Have you ever wondered about the main differences between seals and their “second cousins,” the sea lions?
Both seals and sea lions, together with the walrus, are pinnipeds, which means “fin footed” in Latin.
But seals’ furry, generally stubby front feet — thinly webbed flippers, actually, with a claw on each small toe — seem petite in comparison to the mostly skin-covered, elongated fore flippers that sea lions possess.
Secondly, sea lions have small flaps for outer ears. The “earless” or “true” seals lack external ears altogether. You have to get very close to see the tiny holes on the sides of a seal’s sleek head.
Third, sea lions are noisy. Seals are quieter, vocalizing via soft grunts.
Fourth, while both species spend time both in and out of the water, seals are better adapted to live in the water than on land. Though their bodies can appear chubby, seals are generally smaller and more aquadynamic than sea lions. At the same time, their hind flippers angle backward and don’t rotate. This makes them fast in the water but basic belly crawlers on terra firma.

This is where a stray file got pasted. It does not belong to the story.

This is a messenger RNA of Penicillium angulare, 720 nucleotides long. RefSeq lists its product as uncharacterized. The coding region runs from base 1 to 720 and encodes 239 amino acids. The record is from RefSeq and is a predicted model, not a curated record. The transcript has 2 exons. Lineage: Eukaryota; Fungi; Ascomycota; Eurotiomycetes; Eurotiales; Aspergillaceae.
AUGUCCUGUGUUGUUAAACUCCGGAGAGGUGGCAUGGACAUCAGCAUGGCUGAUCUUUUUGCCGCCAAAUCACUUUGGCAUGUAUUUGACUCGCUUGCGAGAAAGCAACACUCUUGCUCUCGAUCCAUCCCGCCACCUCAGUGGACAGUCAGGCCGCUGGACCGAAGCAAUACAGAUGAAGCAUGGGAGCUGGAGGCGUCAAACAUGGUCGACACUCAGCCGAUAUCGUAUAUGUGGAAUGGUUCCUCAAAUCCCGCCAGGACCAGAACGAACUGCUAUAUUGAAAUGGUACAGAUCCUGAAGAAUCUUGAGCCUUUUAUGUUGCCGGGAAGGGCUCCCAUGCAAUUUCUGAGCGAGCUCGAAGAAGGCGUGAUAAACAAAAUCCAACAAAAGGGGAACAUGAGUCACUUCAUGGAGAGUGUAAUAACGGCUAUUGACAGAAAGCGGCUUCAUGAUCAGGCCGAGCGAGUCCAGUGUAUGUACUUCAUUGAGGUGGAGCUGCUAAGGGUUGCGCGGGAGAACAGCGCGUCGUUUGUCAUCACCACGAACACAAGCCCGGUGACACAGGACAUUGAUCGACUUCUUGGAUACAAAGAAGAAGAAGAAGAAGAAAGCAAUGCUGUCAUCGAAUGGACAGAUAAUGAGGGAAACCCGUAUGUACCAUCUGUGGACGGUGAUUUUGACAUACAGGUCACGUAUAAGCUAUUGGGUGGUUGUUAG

Sea lions, on the other hand, are able to “walk” on land by rotating their hind flippers forward and underneath their big bodies. This is why they are more likely to be employed in aquaria and marine shows.
Finally, seals are less social than their sea-lion cousins. They spend more time in the water than sea lions do and often lead solitary lives in the wild, coming ashore together only once a year to meet and mate.
Sea lions congregate in gregarious groups called herds or rafts that can reach upwards of 1,500 individuals. It’s common for scores of them to haul out together and loll about in the sand, comprising an amorphous pile in the noonday sun.